INTRODUCTION: Previous studies have examined changes in heart rate variability (HRV*) and repolarization associated with increased particulate matter (PM) concentrations on the same and previous few days. However, few studies have examined whether these health responses to PM occur within a few hours or even less. Moreover, it is not clear whether exposure of subjects to ambient or-controlled PM concentrations both lead to similar health effects or whether any of the subjects' individual characteristics modify any of their responses to PM. The aims of the cur- rent study were to investigate whether exposure to PM was associated with rapid changes (< 60 minutes or con- current hour up to a delay of 6 hours) in markers of car- diac rhythni or changes in total antioxidant capacity (a marker of protection against oxidative stress) and whether any PM effects on cardiac rhythm markers were modified by total antioxidant capacity, age, obesity, smoking, hypertension, exertion, prior myocardial infarction (MI), or medication. METHODS: We obtained data from a completed study in Augsburg, Germany (a panel study in N= 109 subjects, including a group with type 2 diabetes or impaired glucose tolerance [IGT; also known as prediabetes]) and a group of other- wise healthy subjects with a potential genetic susceptibil- ity to detoxifying and inflammatory pathways (Hampel et al. 2012b), as well as three completed studies in Rochester, New York (the REHAB panel study of N= 76 postinfarction patients in a cardiac rehabilitation pro- gram [Rich et al. 2012b]; the UPDIABETES study of con- trolled exposure to ultrafine particles [UFPs, particles with an aerodynamic diameter < 100 nm] of N = 19 patients with type 2 diabetes [Stewart et al. 2010; Vora et al. 2014j; and the UPCON controlled-exposure study of concentrated UFP exposure in N = 20 young, healthy, life- time nonsmokers). Data included 5-minute and 1-hour values for HRV and repolarization parameters from elec- trocardiogram (ECG) recordings and total antioxidant capacity measured in stored blood samples. Ambient con- centrations of UFPs, accumulation-mode particles (AMP, particles with an aerodynamic diameter of 100-500 nm), fine PM (PM2.5, particles with an aerodynamic diameter 2.5 pm), and black carbon (BC) were also available. We first conducted factor analyses in each study to find subgroups of correlated ECG outcomes and to reduce the number of outcomes examined in our statistical models. We then restricted the statistical analyses to the factors and representative.outcomes that were common to all four studies, including total HRV (measured as the standard deviation of normal-to-normal [NN] beat intervals [SDNNj), parasympathetic modulation (measured as the root mean square of the successive differences [RMSSD between adjacent NN beat intervals), and T-wave morphol- ogy (measured as T-wave complexity). Next, we used addi- tive mixed models to estimate the change in each outcome associated with increased pollutant concentrations in the . concurrent and previous 6 hours and with 5-minute inter- vals up to the previous 60 minutes, accounting for the correlation of repeated outcome measures for each subject and adjusting for time trend, hour of the day, temperature, relative humidity, day of the week, month, and visit number. Because multiple comparisons were an issue in our. analyses, we used a discovery-and-replication approach to draw conclusions across studies for each research question. RESULTS: In the Augsburg study, interquartile range (IQR) increases in UFP concentrations lagged 2 to 5 hours were associated with 1%-3% decreases in SDNN (e.g., lagged 3 hours in the group with a genetic susceptibility: -2.26%; 95% confidence interval [CI], -3.98% to -0.53%). In the REHAB study, similarly, IQR increases in UFP concentra- tions in the previous 5 hours were associated with < 3% decreases in SDNN (e.g., lagged 1 hour: -2.69%; 95% CI, -5.13% to -0.26%). We also found decreases in SDNN associated with IQR increases in total particle count-(a surrogate for UFP) in the UPDIABETES study (lagged 1 hour: -13.22%; 95% CI, -24.11% to -2.33%) but not in the UPCON study. In the Augsburg study, IQR increases in PM2.5 concen- trations in the concurrent hour and lagged 1-5 hours, AMP concentrations lagged 1 and 3 hours, and BC con- centrations lagged 1-5 hours were associated with -1%-5% decreases in SDNN (e.g., PM2.5 lagged 2 hours in the group with diabetes or IGT: -4.59%; 95% CI, -7.44% to -1.75%). In the REHAB study, IQR increases in PM2.5 concentrations lagged 5 and 6 hours and AMP concentra- tions in the concurrent hour and lagged up to 5 hours were associated with 1%-2% decreases in SDNN (e.g., PM2.5 lagged 4 hours: -2.13%; 95% CI, -3.91% to -0.35%). In the Augsburg study, IQR increases in PM2.5 concen- trations in the concurrent hour and BC lagged 1 and 6 hours were associated with 3%-7% decreases in RMSSD (e.g., PM2.5 concurrent hour in the group with diabetes or IGT: -7.20%; 95% CI, -12.11% to -2.02%). In the REHAB study, similarly, increases in PM2.5 concen- trations lagged 4 to 6 hours-though not AMP or BC con- centrations at any lag hour-were associated with -2.5%-3.5% decreases in RMSSD (e.g., PM2.5 lagged 5 hours: -3.49%; 95% CI, -6.13% to -0.84%). We did not find consistent evidence of any pollutant effects on T-wave complexity in 1-hour recordings. For 5-minute record- ings, there was no consistent evidence of UFP effects on SDNN, RMSSD, or T-wave complexity at any 5-minute interval within 60 minutes. We further concluded that these replicated hourly effects of UFP and PM2.5 on short-term measures of SDNN and RMSSD generally did not differ between the groups in the studies (i.e., type 2 diabetes, pre-diabetes/IGT, post- infarction, and healthy subjects). Last, we found no con- sistent evidence of effects of any pollutant on total anti- oxidant capacity and no consistent evidence of modification of our PM2.5-outcome associations by any of the potential effect modifiers. ONCLUSIONS: Increased UFP concentrations were associated with decreased SDNN in both of the panel studies and one of the two controlled-exposure studies. We also found that decreased SDNN was associated with both increased PM2.5 and AMP concentrations in the previous 6 hours in the panel studies and that decreased RMSSD was associ- ated with increased PM2.5 concentrations in the previous 6 hours in the panel studies. We therefore concluded that the research questions were replicated. Our findings suggest that both UFPs and PM2.5 are associated with autonomic dysfunction within hours of exposure, which may in part. explain the previously reported risk of acute cardiovascular events associated with increased PM in the previous few hours. Despite the heterogeneity of the study populations,and protocols, our findings provided consistent evidence for the induction of rapid pathophysiological responses by UFPs and PM2.5- The absence of consistent associations between UFPs, PM2.5, and these outcomes when examining shorter time intervals indicates that the 5- to 60-minute responses may be less pronounced than the responses occurring within hours. However, the findings from the 5-minute intervals may have been affected by the variety of proto- cols and conditions from study to study as well as by the potential effects of underlying diseases (e.g., healthy indi- viduals versus individuals with diabetes or a recent cor- onary artery. event), physical activity, circadian rhythms, stress, and/or medications.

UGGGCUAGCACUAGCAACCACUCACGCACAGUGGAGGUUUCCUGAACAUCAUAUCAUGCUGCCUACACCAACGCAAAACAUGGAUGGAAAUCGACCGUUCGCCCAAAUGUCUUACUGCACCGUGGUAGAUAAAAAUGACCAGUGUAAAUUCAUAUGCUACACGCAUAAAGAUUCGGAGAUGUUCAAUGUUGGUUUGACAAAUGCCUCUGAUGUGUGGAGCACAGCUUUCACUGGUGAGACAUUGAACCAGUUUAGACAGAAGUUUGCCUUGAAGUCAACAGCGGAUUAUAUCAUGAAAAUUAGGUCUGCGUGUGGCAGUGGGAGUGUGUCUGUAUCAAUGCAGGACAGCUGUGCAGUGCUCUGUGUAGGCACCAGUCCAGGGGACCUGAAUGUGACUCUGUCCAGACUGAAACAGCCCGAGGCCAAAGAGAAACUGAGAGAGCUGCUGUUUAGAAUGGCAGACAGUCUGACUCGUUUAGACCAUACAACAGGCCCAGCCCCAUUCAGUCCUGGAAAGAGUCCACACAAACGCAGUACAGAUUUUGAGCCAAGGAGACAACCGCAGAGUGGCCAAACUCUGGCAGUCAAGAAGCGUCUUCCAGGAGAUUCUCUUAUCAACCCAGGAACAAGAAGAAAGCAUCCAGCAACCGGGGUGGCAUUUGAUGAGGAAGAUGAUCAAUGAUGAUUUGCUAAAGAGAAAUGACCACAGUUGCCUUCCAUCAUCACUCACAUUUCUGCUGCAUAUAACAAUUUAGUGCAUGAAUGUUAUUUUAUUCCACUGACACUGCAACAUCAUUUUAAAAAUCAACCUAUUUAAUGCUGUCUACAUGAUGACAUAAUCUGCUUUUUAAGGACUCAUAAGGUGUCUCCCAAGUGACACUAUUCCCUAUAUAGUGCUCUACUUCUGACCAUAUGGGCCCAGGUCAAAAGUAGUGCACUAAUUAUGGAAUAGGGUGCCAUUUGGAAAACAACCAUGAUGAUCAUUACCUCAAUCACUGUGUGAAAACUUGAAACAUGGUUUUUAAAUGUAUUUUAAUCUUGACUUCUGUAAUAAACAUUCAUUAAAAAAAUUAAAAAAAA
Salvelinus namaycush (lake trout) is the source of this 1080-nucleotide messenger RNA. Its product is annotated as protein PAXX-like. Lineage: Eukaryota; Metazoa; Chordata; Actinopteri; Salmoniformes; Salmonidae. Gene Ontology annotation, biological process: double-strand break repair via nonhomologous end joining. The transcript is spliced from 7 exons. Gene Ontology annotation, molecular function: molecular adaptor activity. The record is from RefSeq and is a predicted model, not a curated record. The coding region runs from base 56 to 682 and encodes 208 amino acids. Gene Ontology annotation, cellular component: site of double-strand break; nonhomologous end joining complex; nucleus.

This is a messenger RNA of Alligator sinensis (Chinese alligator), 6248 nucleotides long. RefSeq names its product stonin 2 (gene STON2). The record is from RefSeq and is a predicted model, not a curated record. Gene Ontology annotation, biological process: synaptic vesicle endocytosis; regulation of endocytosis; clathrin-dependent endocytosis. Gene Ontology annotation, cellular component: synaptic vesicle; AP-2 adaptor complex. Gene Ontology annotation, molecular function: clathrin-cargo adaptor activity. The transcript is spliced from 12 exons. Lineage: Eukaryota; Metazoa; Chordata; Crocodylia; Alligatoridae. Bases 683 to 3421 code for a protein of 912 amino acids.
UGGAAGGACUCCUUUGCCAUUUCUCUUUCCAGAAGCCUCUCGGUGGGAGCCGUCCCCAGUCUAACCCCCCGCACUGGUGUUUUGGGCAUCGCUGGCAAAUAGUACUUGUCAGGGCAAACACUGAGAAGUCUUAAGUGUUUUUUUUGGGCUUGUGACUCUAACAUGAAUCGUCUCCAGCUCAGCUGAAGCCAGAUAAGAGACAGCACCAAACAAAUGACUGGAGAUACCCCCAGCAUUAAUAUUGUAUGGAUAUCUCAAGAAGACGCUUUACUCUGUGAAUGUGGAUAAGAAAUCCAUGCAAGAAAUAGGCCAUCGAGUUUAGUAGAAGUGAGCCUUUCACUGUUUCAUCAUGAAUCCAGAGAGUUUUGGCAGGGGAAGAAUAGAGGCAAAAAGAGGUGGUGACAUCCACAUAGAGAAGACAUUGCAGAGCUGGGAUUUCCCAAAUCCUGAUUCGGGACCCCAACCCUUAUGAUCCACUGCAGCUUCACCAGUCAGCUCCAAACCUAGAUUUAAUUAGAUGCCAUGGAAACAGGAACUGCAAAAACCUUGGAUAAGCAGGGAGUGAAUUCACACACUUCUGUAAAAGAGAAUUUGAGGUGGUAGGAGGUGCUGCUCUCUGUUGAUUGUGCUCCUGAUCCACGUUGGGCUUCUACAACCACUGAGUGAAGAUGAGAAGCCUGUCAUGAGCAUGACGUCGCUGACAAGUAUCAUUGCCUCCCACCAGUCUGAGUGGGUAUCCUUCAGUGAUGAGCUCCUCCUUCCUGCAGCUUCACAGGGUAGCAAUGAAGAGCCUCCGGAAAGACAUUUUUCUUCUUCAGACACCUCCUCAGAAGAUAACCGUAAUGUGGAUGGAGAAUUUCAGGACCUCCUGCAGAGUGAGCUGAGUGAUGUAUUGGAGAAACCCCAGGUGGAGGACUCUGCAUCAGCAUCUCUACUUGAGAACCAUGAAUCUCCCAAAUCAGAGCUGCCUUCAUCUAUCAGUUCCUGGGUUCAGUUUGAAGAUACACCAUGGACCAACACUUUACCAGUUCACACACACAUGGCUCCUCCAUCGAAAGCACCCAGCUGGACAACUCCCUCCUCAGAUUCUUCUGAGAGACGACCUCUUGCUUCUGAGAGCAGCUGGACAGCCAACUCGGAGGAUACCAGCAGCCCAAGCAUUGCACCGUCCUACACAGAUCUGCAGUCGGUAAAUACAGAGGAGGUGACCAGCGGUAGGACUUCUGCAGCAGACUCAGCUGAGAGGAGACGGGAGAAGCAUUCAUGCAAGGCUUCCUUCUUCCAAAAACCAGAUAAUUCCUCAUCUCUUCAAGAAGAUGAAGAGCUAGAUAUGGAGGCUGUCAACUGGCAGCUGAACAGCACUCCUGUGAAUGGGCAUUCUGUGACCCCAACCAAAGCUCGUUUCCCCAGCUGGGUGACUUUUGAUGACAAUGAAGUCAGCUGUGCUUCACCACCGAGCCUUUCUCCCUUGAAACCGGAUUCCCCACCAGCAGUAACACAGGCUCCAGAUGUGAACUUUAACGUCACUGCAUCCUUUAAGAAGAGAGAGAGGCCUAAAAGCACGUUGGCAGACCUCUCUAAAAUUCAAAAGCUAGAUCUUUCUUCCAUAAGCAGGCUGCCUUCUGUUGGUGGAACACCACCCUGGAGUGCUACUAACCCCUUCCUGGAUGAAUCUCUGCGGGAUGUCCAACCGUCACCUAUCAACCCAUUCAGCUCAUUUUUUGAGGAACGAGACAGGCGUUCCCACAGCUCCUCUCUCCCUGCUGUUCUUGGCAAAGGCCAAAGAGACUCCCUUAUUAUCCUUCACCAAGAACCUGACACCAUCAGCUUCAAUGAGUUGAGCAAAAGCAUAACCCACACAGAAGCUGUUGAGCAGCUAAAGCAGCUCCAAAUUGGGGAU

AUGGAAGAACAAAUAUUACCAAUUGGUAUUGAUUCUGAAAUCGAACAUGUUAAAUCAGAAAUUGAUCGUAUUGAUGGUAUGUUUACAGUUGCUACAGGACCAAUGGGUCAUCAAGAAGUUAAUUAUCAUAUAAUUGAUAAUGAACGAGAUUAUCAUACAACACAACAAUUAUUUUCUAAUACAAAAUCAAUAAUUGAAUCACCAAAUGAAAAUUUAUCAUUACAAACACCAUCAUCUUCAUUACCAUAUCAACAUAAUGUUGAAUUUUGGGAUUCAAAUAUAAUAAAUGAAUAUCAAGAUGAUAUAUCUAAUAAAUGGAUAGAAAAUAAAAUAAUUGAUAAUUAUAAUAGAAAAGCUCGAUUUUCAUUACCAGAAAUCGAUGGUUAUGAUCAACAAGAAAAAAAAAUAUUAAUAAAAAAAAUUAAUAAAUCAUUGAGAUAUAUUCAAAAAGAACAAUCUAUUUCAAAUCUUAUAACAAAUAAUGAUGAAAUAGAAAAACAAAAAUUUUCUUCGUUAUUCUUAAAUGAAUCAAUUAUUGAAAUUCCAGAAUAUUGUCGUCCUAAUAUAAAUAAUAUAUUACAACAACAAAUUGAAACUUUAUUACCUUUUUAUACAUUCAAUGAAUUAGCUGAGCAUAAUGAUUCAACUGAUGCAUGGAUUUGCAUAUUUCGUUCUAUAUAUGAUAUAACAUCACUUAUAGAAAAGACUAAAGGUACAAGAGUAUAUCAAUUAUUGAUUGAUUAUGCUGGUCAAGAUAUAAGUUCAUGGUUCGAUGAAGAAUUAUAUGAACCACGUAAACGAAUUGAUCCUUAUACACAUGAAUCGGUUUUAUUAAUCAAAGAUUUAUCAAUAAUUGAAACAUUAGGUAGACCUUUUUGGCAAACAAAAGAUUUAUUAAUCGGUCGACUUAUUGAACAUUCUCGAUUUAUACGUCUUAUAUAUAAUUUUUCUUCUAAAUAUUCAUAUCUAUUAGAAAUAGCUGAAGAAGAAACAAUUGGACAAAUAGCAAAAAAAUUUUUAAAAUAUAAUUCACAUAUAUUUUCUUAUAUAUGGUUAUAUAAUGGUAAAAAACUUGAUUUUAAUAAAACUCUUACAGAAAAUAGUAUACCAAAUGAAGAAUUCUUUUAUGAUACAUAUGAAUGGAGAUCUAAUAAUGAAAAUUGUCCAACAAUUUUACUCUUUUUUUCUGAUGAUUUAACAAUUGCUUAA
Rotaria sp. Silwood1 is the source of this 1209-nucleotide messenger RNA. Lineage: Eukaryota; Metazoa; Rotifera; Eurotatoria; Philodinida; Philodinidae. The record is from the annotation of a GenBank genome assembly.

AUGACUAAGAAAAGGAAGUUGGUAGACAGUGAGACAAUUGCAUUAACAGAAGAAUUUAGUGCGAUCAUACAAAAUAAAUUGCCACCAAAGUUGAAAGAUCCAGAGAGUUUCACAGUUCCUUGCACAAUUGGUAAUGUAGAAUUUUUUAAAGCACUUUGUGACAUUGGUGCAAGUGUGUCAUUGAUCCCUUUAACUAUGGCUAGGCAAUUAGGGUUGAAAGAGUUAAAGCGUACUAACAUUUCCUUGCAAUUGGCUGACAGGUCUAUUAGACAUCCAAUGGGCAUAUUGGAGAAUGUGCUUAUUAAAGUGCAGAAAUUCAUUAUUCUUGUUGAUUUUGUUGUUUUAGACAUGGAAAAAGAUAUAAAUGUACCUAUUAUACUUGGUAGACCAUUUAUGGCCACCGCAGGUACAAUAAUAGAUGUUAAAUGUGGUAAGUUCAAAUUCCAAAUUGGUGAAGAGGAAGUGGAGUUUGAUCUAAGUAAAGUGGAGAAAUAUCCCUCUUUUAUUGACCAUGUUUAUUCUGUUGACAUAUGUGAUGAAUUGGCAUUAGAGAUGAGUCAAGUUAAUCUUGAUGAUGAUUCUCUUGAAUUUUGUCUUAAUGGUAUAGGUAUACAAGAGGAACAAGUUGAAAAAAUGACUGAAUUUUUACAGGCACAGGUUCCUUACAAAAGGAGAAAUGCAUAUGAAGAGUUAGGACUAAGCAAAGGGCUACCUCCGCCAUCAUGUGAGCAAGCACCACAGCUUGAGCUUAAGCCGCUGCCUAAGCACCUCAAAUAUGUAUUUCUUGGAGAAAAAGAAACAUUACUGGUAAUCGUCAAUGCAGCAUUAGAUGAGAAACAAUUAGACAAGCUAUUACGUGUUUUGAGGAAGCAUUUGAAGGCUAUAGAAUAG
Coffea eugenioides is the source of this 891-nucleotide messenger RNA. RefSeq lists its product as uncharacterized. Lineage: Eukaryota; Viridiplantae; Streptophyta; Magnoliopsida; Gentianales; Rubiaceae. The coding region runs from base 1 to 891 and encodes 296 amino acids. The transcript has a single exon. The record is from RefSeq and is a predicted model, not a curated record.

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Publication type Article: Journal article
Document type Scientific Article
ISSN (print) / ISBN 1041-5505
Quellenangaben Volume: 186, Issue: , Pages: 5-75 Article Number: , Supplement: ,
Publisher Health Effects Institute